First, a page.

Pediatricians are just trying to stop kids from dying

The number one cause of death in children is accidents. More kids die of unintentional injuries than any disease.

In kids age 10-14, the number three killer is suidice. The number four is homicide.

If you look at kids 15-19, the number two killer is homicide. The number three is suicide.

It’s not obesity, it’s not heart disease, it’s not diabetes. Kids are killed by accidents, by homicide, and by suicide. That’s why pediatricians ask about guns. But not in Florida:

There’s one customary question, though, that I’m no longer allowed to ask. In June, Gov. Rick Scott signed a law barring Florida doctors from routinely asking patients if they own a gun. The law also authorizes patients to report doctors for “unnecessarily harassing” them about gun ownership and makes it illegal to routinely document firearm ownership information in a patient’s medical record. Other state legislatures have considered similar proposals, but Florida is the first to enact such a law…

The measure was introduced in the state Legislature after a pediatrician in Central Florida dismissed a mother from his practice when she angrily refused to answer a routine question about whether she kept a gun in her house. The doctor, Chris Okonkwo, said at the time that he asked so he could offer appropriate safety advice, just as he customarily asks parents if they have a swimming pool and teenagers if they use their cellphones when they drive. He said that he dismissed the mother because he felt they could not establish a trusting doctor-patient relationship.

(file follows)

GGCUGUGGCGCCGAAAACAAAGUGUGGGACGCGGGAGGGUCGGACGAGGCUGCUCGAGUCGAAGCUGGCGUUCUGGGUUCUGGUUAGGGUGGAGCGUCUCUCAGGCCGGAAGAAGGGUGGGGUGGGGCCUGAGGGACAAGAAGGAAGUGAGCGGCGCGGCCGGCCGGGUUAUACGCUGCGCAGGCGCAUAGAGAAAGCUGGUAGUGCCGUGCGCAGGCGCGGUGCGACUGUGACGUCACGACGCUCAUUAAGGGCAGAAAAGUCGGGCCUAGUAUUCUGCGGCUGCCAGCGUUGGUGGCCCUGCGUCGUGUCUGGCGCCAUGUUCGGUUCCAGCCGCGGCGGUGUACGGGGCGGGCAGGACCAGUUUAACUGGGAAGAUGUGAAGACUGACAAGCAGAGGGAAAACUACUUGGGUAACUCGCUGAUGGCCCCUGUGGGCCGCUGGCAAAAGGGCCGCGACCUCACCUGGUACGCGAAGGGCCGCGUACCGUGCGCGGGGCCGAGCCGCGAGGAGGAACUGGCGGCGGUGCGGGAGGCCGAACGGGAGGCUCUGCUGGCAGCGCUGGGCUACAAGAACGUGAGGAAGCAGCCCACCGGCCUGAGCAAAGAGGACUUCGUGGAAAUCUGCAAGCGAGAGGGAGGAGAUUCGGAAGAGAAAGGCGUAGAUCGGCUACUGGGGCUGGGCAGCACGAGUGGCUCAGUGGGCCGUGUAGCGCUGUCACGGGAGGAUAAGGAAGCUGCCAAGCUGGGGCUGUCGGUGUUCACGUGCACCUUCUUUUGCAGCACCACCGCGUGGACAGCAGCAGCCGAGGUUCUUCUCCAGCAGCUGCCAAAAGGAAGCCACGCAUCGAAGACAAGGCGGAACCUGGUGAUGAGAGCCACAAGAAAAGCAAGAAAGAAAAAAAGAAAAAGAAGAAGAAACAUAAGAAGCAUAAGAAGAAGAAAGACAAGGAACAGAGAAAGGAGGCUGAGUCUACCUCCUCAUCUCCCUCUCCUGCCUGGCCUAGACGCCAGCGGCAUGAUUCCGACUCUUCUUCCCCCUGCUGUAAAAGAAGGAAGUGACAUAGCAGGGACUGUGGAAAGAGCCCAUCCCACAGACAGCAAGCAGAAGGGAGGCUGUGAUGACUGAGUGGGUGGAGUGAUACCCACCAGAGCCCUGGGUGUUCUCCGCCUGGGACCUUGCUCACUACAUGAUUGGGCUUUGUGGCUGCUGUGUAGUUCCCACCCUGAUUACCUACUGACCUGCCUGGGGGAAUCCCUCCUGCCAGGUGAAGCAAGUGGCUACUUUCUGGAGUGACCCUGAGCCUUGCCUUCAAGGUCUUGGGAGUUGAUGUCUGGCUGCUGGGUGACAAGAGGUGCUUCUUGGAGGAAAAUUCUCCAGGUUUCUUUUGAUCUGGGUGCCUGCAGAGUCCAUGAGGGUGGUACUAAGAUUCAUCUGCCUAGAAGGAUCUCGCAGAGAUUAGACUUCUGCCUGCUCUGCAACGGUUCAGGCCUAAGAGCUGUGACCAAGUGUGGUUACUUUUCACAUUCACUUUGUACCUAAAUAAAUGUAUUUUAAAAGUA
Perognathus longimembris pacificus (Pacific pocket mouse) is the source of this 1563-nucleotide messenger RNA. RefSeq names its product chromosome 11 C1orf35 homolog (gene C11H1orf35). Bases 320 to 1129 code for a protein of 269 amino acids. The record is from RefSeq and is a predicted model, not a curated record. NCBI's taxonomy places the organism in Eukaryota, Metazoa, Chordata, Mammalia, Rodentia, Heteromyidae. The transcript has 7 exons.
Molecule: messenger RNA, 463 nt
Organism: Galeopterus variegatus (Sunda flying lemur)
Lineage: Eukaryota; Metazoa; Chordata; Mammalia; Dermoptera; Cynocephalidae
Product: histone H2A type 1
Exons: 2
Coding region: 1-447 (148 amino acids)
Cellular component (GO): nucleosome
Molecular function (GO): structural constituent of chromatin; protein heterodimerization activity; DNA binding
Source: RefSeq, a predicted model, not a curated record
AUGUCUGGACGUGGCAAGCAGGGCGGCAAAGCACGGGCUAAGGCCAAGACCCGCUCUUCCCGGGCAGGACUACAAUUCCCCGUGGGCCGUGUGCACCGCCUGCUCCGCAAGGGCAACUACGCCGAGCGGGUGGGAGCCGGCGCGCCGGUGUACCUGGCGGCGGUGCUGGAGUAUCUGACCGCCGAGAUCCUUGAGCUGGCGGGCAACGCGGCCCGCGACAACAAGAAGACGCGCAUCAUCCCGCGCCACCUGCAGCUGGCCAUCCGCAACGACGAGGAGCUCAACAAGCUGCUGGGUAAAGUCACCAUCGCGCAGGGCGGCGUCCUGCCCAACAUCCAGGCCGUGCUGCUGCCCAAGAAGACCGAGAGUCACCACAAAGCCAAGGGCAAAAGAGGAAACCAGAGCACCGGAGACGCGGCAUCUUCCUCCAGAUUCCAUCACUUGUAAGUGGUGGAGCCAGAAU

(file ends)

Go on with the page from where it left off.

Advocates of gun rights argue that routine questions about firearms violate their privacy, make them vulnerable to discrimination by insurance companies and the government, and “offend common decency,” as Marion Hammer, a former president of the National Rifle Association who lobbied for passage of the bill, put it in letters to N.R.A. members. Ms. Hammer said that gun-owning parents had complained to her for many years about pediatricians’ inquiries, which she believes are ineffective at preventing gun injuries.

She contends that such inquiries are part of a political antigun agenda by the American Academy of Pediatrics.

“You don’t go to a doctor to be interrogated or intimidated,” she said. “There’s a clear line between violating privacy rights and imparting safety information.”

I ask parents regularly if they have a gun in the home. If they tell me they do, I ask how it’s stored. I recommend that they think about not having a gun around children. If they must, I recommend that they keep it unloaded, locked up, with the bullets stored separately.

Why? Because in 2005, guns were were in involved in almost 85% of homicides and more than 45% of suicides in children aged 5-19 years, not to mention many accidents. I ask about guns because they are a major mechanism of childhood death. I’m trying to prevent that from happening.

I’m not judging my patients or harassing them, any more than when I ask them whether they use bike helmets, or whether they use car seats, or whether they let their kids cross the street unaccompanied by an adult. I’m trying to keep them from getting killed. That’s my job.

The Florida chapters of the American Academy of Pediatrics, the American Academy of Family Physicians, and the American College of Physicians are contesting the law. I’ll be following the case with interest

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